CEIG formalises its advocacy role for investors in Australian renewables

Clean Energy Investor Group appoints its first permanent chair to formalise operations after grouping together to make submissions to the AEMC in 2019.

The Clean Energy Investor Group, a collection of 15 investors in Australian renewable energy assets, has appointed Simon Corbell as its new chairman.

The move is the first step in formalising the structure and operations of CEIG, which was previously an informal coalition of investors that was formed in 2019 to make collective submissions to the Australian Energy Market Commission in its deliberations over whether to change the rules around marginal loss factors.

Investors failed in their bid to have the MLF regime changed, despite expressing strong concerns over the rules in multiple submissions, and criticised the AEMC over its levels of engagement and transparency.

Corbell is the former deputy chief minister and energy minister of the Australian Capital Territory and is currently chief advisor to advisory firm Energy Estate, a role that he will continue to carry out. In addition to Corbell, CEIG has appointed Marilyne Crestias, previously a senior director in Victoria’s Treasury and energy departments, as policy and secretariat manager.

A spokeswoman for CEIG said that not all its members wanted to be named but confirmed that they include: BayWa; John Laing; Lighthouse Infrastructure; Macquarie Capital; RWE Renewables; and Windlab, the renewables company owned by Squadron Energy and Federation Asset Management. According to a statement, CEIG represents domestic
and global institutional investors with a combined Australian portfolio value of more than A$9 billion ($6.6 billion; €5.5 billion) and a total of 49 assets under management.

The group that previously made submissions to the AEMC also counted BlackRock, Foresight Group, Infrastructure Capital Group, Palisade Investment Partners, and the Powering Australia Renewables Fund among its members. PARF is a fund run by AGL Energy to which QIC has committed A$800 million on behalf of its managed client the Future Fund and investors in its Global Infrastructure Fund.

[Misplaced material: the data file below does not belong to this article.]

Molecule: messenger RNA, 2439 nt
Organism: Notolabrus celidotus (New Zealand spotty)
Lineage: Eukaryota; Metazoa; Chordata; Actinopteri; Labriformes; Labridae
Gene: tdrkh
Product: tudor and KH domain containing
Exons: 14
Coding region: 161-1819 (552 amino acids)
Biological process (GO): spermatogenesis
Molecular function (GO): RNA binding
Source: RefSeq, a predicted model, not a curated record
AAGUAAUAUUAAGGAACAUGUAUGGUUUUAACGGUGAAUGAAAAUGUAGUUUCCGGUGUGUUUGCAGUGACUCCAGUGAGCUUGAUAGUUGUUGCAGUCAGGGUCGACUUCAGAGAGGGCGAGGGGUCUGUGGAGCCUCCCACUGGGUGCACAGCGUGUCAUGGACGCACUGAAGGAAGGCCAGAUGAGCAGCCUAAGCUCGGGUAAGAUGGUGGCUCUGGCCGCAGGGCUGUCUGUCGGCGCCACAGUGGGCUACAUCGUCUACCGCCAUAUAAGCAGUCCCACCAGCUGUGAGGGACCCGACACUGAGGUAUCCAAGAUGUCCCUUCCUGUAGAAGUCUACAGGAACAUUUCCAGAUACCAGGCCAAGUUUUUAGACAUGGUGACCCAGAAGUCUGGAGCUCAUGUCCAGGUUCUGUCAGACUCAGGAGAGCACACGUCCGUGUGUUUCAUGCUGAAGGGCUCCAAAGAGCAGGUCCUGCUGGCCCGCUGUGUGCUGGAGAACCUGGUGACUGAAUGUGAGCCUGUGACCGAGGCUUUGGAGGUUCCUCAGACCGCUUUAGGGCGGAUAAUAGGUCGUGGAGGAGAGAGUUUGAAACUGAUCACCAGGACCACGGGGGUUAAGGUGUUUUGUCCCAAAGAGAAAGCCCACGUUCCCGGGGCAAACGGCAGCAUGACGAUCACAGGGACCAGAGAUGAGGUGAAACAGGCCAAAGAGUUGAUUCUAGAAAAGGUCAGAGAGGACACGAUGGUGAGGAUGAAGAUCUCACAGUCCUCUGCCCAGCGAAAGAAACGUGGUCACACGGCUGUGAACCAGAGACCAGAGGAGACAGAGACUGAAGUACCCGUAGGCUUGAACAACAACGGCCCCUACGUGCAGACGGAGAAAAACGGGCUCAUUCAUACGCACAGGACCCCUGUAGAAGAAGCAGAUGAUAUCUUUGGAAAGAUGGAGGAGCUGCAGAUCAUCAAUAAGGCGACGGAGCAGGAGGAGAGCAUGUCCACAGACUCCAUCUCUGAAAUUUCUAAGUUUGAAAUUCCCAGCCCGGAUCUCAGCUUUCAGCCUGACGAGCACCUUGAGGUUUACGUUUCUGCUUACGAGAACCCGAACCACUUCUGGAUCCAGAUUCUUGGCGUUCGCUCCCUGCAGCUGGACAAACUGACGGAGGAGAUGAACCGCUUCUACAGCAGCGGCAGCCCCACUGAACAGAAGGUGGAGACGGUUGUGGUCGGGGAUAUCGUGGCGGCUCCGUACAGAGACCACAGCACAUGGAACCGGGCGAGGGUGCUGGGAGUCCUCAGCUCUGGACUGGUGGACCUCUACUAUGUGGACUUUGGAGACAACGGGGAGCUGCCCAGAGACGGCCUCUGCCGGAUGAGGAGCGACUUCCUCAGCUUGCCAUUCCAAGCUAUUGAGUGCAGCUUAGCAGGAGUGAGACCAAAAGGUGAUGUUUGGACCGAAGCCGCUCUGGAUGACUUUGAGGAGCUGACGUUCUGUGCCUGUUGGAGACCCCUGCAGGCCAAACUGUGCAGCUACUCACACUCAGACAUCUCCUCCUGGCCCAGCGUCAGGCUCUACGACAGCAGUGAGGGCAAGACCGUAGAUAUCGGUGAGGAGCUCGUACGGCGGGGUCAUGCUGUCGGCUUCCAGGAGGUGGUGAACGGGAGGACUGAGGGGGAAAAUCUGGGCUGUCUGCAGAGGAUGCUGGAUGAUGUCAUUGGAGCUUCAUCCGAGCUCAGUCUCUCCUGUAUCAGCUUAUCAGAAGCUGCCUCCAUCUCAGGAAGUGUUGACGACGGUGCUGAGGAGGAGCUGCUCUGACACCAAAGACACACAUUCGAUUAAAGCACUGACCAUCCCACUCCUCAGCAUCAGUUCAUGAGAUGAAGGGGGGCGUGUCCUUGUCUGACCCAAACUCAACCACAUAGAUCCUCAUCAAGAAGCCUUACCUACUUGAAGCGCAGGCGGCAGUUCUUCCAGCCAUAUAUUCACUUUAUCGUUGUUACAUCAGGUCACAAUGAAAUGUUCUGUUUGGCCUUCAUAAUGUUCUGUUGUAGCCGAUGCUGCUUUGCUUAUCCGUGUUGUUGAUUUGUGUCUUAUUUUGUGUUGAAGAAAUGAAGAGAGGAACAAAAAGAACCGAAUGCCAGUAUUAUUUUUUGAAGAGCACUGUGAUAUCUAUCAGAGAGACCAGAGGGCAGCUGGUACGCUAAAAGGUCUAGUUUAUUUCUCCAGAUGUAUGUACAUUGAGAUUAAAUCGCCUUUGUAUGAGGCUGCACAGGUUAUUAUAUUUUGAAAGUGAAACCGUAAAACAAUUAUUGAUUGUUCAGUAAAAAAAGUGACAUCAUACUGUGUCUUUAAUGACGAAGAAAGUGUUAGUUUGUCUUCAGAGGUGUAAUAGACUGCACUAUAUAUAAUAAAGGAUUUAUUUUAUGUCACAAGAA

Corbell told Infrastructure Investor that he has joined as chair because the pace of change in Australia’s National Electricity Market “warrants an ongoing and permanent voice for investors”.

“Investors needs to be involved in conversations [about rule changes], and policymakers and regulators need to know what investors are thinking. Unless investor voices are heard clearly, we could end up with structural decisions being made for the NEM that don’t allow investment decisions to be made with confidence,” he said.

“Our view is we need a long-term, stable investment environment that allows the lowest cost-of-capital investment to be deployed, because that means the cheapest renewables and the cheapest electricity prices.”

The group is still in the process of formalising what its structure will be, but Corbell said he hoped that would be in place before the end of 2020.

Initial priorities

The group’s initial focus, Corbell said, would be responding to two significant reports, both published on Monday.

The first is the AEMC’s interim report on its consultation on the co-ordination of generation and transmission investment implementation, which aims to implement reforms to how investments are made in the transmission network and how generators can access the network.

That interim report recommends replacing marginal loss factor with locational marginal pricing. This would see generators shift from the current model, where they are paid a region-wide price for their energy multiplied by their static marginal loss factor, with LMPs that would see the price settled at each individual location.

The second report is the Energy Security Board’s Post 2025 Market Design Consultation Paper, which outlines a comprehensive redesign of Australia’s energy market and sets out the potential solutions through seven different working groups.

Corbell said that CEIG would actively engage with both AEMC and the ESB to ensure that investor perspectives are adequately considered in what will prove to be significant reforms to Australia’s energy network.

“In the medium term, we remain focused on structural issues that we still feel need to be addressed, including issues around MLFs and the methodologies associated with them,” he said.

“The important thing for us is that key decision-makers understand that investors have a voice that is focused on the detail and specific design of how the NEM operates, and investors want to make sure that decisions on how the NEM operates are made with regard to the investability of the NEM in the long term.”

Corbell added that he had already received interest from non-members inquiring about possible membership and said this was “very welcome”.